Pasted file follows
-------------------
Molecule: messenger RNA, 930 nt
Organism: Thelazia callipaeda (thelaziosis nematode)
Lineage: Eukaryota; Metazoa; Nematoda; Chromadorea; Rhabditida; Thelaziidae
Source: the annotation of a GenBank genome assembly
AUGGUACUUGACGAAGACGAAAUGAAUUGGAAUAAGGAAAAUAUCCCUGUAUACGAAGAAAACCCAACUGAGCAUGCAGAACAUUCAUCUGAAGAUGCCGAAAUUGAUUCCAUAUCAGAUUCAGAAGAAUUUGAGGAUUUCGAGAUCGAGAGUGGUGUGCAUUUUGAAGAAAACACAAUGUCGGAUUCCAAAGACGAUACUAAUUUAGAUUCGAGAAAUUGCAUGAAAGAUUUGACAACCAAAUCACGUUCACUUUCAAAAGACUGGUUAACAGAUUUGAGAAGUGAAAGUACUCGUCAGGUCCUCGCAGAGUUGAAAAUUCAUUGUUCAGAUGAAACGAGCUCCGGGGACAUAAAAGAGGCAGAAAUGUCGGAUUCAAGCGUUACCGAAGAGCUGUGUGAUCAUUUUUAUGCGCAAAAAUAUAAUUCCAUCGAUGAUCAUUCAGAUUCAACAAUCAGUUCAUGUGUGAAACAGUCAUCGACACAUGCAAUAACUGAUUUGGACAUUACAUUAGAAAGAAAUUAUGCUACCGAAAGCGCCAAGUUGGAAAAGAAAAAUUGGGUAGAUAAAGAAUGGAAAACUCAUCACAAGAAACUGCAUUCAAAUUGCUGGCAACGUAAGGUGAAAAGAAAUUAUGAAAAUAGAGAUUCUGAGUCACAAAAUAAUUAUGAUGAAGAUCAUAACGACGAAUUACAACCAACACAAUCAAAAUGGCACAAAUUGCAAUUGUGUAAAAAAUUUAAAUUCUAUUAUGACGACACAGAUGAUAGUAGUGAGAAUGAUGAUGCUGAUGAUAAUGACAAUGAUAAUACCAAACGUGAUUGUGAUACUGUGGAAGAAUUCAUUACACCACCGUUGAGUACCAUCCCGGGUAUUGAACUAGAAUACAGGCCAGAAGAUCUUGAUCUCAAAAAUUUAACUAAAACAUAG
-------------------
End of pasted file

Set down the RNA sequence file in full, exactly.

Molecule: messenger RNA, 930 nt
Organism: Thelazia callipaeda (thelaziosis nematode)
Lineage: Eukaryota; Metazoa; Nematoda; Chromadorea; Rhabditida; Thelaziidae
Source: the annotation of a GenBank genome assembly
AUGGUACUUGACGAAGACGAAAUGAAUUGGAAUAAGGAAAAUAUCCCUGUAUACGAAGAAAACCCAACUGAGCAUGCAGAACAUUCAUCUGAAGAUGCCGAAAUUGAUUCCAUAUCAGAUUCAGAAGAAUUUGAGGAUUUCGAGAUCGAGAGUGGUGUGCAUUUUGAAGAAAACACAAUGUCGGAUUCCAAAGACGAUACUAAUUUAGAUUCGAGAAAUUGCAUGAAAGAUUUGACAACCAAAUCACGUUCACUUUCAAAAGACUGGUUAACAGAUUUGAGAAGUGAAAGUACUCGUCAGGUCCUCGCAGAGUUGAAAAUUCAUUGUUCAGAUGAAACGAGCUCCGGGGACAUAAAAGAGGCAGAAAUGUCGGAUUCAAGCGUUACCGAAGAGCUGUGUGAUCAUUUUUAUGCGCAAAAAUAUAAUUCCAUCGAUGAUCAUUCAGAUUCAACAAUCAGUUCAUGUGUGAAACAGUCAUCGACACAUGCAAUAACUGAUUUGGACAUUACAUUAGAAAGAAAUUAUGCUACCGAAAGCGCCAAGUUGGAAAAGAAAAAUUGGGUAGAUAAAGAAUGGAAAACUCAUCACAAGAAACUGCAUUCAAAUUGCUGGCAACGUAAGGUGAAAAGAAAUUAUGAAAAUAGAGAUUCUGAGUCACAAAAUAAUUAUGAUGAAGAUCAUAACGACGAAUUACAACCAACACAAUCAAAAUGGCACAAAUUGCAAUUGUGUAAAAAAUUUAAAUUCUAUUAUGACGACACAGAUGAUAGUAGUGAGAAUGAUGAUGCUGAUGAUAAUGACAAUGAUAAUACCAAACGUGAUUGUGAUACUGUGGAAGAAUUCAUUACACCACCGUUGAGUACCAUCCCGGGUAUUGAACUAGAAUACAGGCCAGAAGAUCUUGAUCUCAAAAAUUUAACUAAAACAUAG